National Toast: Drink a Beer for Michael Jackson
No, not the one-gloved one, the late beer and scotch-drinking Michael Jackson. We are talking about The Beerhunter here.
As a fitting wake for the top writer of malted beverages, on Sunday September 30, at 9PM EST (OK, the USA is still on Daylight Savings, so maybe add or subtract one, or drink a beer for both? 9 EST = 10 EDT = 7 PDT I’ll hoist one at 9PM local myself, but somehow I suspect it doesn’t matter)
He is the modern day Patron Saint of Beer, the most incredibly influential force in brewing and beer drinking since beer’s invention nearly 10,000 years ago.
And most of us wouldn’t know him if he walked up and dumped a Redhook on our collective heads.
I would, having first met him at the Great American Beer Festival in 1997, when he followed me to a sampling table on industry night and exclaimed, “That is NOT a Belgian White,” as I was explaining to the volunteers that they had their taps swapped. VINDICATED! He then proceeded mumbling his notes into his recorder. I met a celebrity, sort of!
Jackson was revered around the world for his knowledge of beer and brewing, …Jackson wrote the seminal “World Guide to Beer.”
“He brought beer out of the dark ages,” says Charles Finkel, co-owner of Seattle’s Pike Brewing.
Jackson was 65, and suffered from Parkinsons Disease, and had many praying for his liver, but his heart gave out first.
Jackson is credited with establishing beer’s first nomenclature — identifying beers by their flavors and styles. He taught people to pair beer with particular foods and dishes — something that had previously been thought possible only with wine. In bringing beer a newfound respect, Jackson helped revive a stagnant global beer industry and provided the inspiration for the North American microbrewery movement.
“In just 28 years we have gone from no local craft breweries to 20, and nationally from two to 1,400,” adds Finkel.
Jackson began his career as the son of poor immigrants (Baltic Jews into England), and despite the burden of never having gone to journalism school, he got a job as a reporter at the age of 14, and overcame not finishing school to become a highly respected expert (yes, tongue in cheek). . I have several of his books. I frequently loan them out, and have to ask for them back.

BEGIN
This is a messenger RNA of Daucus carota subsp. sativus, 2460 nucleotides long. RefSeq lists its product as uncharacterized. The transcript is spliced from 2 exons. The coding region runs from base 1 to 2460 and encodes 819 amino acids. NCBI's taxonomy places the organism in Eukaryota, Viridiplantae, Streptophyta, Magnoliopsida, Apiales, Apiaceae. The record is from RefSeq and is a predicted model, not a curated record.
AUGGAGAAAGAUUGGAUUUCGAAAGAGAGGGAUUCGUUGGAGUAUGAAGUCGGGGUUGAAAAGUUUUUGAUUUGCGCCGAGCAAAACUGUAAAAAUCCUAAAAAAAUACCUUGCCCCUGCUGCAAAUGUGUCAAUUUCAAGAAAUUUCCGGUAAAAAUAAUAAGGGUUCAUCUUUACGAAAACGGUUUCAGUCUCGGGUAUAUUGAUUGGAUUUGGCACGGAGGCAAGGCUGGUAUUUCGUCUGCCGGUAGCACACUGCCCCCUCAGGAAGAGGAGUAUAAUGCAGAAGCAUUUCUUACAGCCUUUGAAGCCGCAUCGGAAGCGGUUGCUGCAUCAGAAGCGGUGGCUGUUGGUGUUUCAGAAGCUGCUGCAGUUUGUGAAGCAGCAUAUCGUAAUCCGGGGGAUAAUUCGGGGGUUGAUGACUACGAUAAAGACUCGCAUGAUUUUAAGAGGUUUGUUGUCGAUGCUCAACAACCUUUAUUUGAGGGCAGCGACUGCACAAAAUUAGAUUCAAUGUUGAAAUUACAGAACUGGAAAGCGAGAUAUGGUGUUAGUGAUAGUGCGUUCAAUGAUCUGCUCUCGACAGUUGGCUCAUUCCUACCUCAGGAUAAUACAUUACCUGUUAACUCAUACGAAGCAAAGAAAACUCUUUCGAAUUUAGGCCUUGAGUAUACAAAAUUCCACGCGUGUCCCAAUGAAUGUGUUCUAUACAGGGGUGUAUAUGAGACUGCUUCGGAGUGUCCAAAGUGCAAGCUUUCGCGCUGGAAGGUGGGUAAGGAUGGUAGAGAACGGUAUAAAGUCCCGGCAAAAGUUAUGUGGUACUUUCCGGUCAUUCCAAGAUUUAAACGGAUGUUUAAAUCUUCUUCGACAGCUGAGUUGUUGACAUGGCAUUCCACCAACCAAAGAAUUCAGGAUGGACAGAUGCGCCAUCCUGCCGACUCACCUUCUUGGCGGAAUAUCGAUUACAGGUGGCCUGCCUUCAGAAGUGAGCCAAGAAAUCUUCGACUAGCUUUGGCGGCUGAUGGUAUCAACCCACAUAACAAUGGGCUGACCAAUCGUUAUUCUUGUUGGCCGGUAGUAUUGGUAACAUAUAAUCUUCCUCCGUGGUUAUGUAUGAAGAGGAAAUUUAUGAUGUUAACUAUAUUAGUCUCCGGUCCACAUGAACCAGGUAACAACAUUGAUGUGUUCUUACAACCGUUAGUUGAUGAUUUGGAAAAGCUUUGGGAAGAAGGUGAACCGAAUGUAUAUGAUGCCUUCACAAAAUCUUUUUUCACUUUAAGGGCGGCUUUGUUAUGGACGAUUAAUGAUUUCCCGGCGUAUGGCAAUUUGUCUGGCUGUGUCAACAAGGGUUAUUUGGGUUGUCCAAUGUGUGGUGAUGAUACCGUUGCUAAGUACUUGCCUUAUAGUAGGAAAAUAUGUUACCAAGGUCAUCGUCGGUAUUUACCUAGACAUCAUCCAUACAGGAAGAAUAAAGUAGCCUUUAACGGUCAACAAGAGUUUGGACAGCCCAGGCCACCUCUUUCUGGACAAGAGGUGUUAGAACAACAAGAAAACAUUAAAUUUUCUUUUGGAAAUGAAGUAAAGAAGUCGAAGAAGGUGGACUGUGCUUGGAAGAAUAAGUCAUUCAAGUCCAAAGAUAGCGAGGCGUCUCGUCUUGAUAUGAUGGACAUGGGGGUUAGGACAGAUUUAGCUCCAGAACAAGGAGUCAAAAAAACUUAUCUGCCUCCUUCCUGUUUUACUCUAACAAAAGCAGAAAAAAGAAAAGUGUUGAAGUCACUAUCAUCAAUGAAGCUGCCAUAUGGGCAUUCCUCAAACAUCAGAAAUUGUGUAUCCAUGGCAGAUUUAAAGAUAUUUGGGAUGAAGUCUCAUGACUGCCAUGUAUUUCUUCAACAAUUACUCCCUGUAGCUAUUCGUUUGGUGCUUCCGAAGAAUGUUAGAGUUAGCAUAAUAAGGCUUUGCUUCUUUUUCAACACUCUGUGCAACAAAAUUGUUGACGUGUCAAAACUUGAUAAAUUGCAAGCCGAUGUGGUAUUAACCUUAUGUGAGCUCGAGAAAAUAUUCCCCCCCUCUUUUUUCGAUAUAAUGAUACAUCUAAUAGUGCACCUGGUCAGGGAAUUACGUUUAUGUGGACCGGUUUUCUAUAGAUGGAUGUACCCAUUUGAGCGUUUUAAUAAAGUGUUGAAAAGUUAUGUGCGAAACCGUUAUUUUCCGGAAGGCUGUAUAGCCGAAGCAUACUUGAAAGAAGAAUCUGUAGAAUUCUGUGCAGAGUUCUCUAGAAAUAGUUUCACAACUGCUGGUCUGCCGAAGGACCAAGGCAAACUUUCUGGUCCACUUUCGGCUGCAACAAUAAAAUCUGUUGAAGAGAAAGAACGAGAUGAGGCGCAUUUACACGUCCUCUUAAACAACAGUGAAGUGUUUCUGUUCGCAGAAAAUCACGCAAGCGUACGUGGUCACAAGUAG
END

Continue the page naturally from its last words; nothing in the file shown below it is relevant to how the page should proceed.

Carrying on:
“He was simply the best beer writer we’ve ever known,” said Tim Hampson, chairman of the British Guild of Beer Writers. “He told wonderful stories about beer, breweries and far away places. He told the story of beer through people, and he was humorous and erudite at the same time,” Hampson told The Associated Press.
Jackson especially loved Belgian brews. His books “The Great Beers of Belgium” and “World Guide to Beer” introduced them to many export markets, including the United States.
By identifying beers by their flavors and styles, and by pairing them with particular foods and dishes, Jackson helped give birth to a renaissance of interest in beer and breweries worldwide that began in the 1970s, including the North American microbrewery movement.
His TV documentary series, “The Beer Hunter” – which popularized his nickname – was filmed around the world and shown in 15 countries.
He worked as a beer critic for more than 30 years, writing in newspapers and gastronomic magazines, holding seminars and giving speeches, appearing on U.S. talk shows and writing books about beer and whiskeys published in 18 languages.
Jackson knew he would never be as famous as Michael Jackson the rock star, and that was reflected on the beer critic’s Web site. “Hello, my name is Michael Jackson. No, not that Michael Jackson, but I am on a world tour. My tour is in pursuit of exceptional beer. That’s why they call me the Beer Hunter,” it says.
His last published article, titled “Did I Cheat Mort Subite?”, is a bit of a chilling read, but appropriate, plus there is more about Mr. Jackson at the link.
Of course after watching his last interview on youtube, the suggested next video was “Thriller.” I have sympathy for anyone sharing a famous name.
Michael Jackson really is almost single-handedly responsible for elevating beer (and scotch) drinking to a fine but more importantly accessible art.